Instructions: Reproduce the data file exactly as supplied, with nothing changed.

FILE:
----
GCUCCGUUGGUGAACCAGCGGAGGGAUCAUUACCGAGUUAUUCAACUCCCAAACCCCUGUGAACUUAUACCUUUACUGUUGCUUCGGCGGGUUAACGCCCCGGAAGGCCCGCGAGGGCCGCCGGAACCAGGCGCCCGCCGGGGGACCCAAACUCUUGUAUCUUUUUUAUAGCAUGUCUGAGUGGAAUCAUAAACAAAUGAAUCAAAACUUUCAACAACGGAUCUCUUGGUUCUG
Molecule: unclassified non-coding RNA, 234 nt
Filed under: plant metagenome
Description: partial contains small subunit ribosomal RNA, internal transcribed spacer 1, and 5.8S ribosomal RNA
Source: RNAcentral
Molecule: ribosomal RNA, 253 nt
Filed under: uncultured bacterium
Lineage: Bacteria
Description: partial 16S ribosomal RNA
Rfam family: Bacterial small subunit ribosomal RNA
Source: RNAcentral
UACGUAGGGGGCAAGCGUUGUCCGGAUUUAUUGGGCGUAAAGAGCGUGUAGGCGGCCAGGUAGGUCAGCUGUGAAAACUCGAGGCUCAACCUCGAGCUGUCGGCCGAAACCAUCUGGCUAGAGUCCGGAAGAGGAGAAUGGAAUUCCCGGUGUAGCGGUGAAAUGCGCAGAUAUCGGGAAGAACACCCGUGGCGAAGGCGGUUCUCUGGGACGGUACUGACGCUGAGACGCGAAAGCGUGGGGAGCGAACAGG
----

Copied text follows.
GCUCCGUUGGUGAACCAGCGGAGGGAUCAUUACCGAGUUAUUCAACUCCCAAACCCCUGUGAACUUAUACCUUUACUGUUGCUUCGGCGGGUUAACGCCCCGGAAGGCCCGCGAGGGCCGCCGGAACCAGGCGCCCGCCGGGGGACCCAAACUCUUGUAUCUUUUUUAUAGCAUGUCUGAGUGGAAUCAUAAACAAAUGAAUCAAAACUUUCAACAACGGAUCUCUUGGUUCUG
Molecule: unclassified non-coding RNA, 234 nt
Filed under: plant metagenome
Description: partial contains small subunit ribosomal RNA, internal transcribed spacer 1, and 5.8S ribosomal RNA
Source: RNAcentral
Molecule: ribosomal RNA, 253 nt
Filed under: uncultured bacterium
Lineage: Bacteria
Description: partial 16S ribosomal RNA
Rfam family: Bacterial small subunit ribosomal RNA
Source: RNAcentral
UACGUAGGGGGCAAGCGUUGUCCGGAUUUAUUGGGCGUAAAGAGCGUGUAGGCGGCCAGGUAGGUCAGCUGUGAAAACUCGAGGCUCAACCUCGAGCUGUCGGCCGAAACCAUCUGGCUAGAGUCCGGAAGAGGAGAAUGGAAUUCCCGGUGUAGCGGUGAAAUGCGCAGAUAUCGGGAAGAACACCCGUGGCGAAGGCGGUUCUCUGGGACGGUACUGACGCUGAGACGCGAAAGCGUGGGGAGCGAACAGG